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Reilly faces new day in court over nursing home deal gone sour


James Reilly

James Reilly

James Reilly

HEALTH Minister James Reilly faces another court date next week over an investment that went sour and saw him named on a debt defaulters' list.

The latest court appearance comes only days after Dr Reilly settled a separate dispute involving an investment in an abandoned health project.

The minster and two former business partners yesterday settled an alleged unpaid debt in relation to a planned private medical centre in his native north Dublin, but another of his investments will come before the courts next week.

The Dublin North TD is also trying to resolve the fallout from an investment in a Tipperary nursing home deal that went sour and saw him appear in 'Stubbs Gazette'.

In an unprecedented development, he was named last year in an edition of the debt-monitoring magazine.

Dr Reilly appeared in 'Stubbs Gazette' after the High Court ordered him and four others to pay €1.9m to buy the Greenhill Nursing Home in Carrick-on-Suir, Co Tipperary, which they had first invested in 13 years ago. The minister has insisted he will pay his share of the bill, and efforts to reach a settlement are currently being made.

A spokesman for Dr Reilly said the minister had handed over dealings regarding the Tipperary nursing home to a lawyer with power of attorney, and said the case also involved other co-investors.

"Lawyers are dealing with the matter," the spokesman said. The High Court has previously heard Dr Reilly is willing to sell his share.

The process could be completed as early as Monday, when the matter will come before the High Court, but sources close to the parties say this is unlikely, and a date later in the year is more realistic.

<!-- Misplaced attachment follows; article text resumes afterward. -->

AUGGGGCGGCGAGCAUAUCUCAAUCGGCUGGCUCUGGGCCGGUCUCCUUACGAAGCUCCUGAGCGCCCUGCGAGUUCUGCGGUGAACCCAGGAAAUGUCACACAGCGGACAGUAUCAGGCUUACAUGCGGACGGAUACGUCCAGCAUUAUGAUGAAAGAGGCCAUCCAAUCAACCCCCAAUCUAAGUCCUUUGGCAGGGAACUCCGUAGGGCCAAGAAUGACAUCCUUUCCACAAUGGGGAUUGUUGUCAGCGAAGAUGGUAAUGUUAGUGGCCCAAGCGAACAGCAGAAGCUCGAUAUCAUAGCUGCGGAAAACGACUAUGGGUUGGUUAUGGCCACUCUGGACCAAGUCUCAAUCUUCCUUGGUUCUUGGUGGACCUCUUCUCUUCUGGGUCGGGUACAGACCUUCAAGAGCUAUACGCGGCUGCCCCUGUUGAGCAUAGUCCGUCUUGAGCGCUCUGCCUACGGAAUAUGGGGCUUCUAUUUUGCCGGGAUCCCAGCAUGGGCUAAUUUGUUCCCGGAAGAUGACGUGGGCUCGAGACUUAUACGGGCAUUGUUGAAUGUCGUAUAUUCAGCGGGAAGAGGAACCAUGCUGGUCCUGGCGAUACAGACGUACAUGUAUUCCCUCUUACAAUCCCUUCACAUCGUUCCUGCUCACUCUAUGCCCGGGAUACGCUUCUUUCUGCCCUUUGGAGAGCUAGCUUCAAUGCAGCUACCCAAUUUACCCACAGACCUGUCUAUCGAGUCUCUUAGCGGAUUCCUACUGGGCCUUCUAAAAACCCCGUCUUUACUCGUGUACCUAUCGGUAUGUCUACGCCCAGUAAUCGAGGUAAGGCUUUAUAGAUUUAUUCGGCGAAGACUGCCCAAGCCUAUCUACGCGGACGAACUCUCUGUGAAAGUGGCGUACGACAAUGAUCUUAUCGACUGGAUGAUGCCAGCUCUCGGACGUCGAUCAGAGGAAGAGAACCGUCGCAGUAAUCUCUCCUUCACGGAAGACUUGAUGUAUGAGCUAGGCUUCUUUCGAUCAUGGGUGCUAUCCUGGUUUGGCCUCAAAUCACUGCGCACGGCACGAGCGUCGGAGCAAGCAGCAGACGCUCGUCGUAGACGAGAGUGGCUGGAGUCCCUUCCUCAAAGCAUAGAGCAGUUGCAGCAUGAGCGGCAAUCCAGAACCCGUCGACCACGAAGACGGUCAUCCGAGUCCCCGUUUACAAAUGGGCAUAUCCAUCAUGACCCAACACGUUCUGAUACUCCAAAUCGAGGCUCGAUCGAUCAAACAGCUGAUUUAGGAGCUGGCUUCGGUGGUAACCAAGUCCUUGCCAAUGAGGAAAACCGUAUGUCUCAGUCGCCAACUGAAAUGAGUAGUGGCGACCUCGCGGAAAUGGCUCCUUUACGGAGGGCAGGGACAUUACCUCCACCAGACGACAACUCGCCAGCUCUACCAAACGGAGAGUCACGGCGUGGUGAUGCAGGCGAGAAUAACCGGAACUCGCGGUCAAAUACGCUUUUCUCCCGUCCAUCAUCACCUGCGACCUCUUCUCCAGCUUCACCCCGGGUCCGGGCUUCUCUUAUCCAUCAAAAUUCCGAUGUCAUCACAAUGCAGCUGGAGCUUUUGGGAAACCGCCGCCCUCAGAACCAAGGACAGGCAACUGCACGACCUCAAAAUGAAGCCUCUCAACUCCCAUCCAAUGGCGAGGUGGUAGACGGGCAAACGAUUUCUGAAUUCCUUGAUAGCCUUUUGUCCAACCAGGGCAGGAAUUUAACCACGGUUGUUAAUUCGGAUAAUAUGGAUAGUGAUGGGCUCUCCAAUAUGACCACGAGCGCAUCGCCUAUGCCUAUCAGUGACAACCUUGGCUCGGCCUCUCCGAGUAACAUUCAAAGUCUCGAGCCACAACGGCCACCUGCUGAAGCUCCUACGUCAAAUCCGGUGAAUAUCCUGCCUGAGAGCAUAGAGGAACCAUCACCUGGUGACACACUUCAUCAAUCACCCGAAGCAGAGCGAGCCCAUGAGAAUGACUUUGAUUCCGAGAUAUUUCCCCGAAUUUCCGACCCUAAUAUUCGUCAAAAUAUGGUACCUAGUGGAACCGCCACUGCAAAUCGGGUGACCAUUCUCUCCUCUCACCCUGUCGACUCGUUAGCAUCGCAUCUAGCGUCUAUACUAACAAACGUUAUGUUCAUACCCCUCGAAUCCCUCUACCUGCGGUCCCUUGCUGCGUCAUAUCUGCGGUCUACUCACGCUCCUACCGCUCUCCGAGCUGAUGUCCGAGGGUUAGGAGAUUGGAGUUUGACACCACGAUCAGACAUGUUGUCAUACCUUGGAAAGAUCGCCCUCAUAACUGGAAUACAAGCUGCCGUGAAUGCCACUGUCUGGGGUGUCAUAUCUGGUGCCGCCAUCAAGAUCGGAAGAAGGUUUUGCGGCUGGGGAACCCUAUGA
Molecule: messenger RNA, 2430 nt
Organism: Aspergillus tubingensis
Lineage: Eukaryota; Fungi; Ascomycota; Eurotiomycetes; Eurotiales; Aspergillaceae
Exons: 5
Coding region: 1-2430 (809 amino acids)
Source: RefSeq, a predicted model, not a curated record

Dr Reilly yesterday settled an alleged unpaid debt in relation to a planned private medical centre in Swords, Co Dublin. He was being jointly sued, along with his business partners, by a firm of architects for €100,000 for work that was carried out for the proposed Airside Clinic.

Project Management Limited, trading as PM Group, was hired in 2007 to draw up plans for the multi-million euro, four-storey private medical centre, on which work never began, despite planning permission having been granted.

The minister, who previously denied that he owed Project Management Limited any money, was not present in the High Court when the matter came before Mr Justice Paul Gilligan.

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The terms of the settlement are confidential, the High Court was told. However, it is understood that PM Group was happy with the offer it received, indicating that it could be nearer to the sum of the outstanding bill than the company had initially expected.

Outside court, it emerged that there will be a one-off payment due by October 5 and that will conclude the matter.

If the settlement is not paid by then, Dr Reilly and the others could have a judgment entered against them – which would mean he might appear in Stubbs again. However, this is seen also seen as unlikely.

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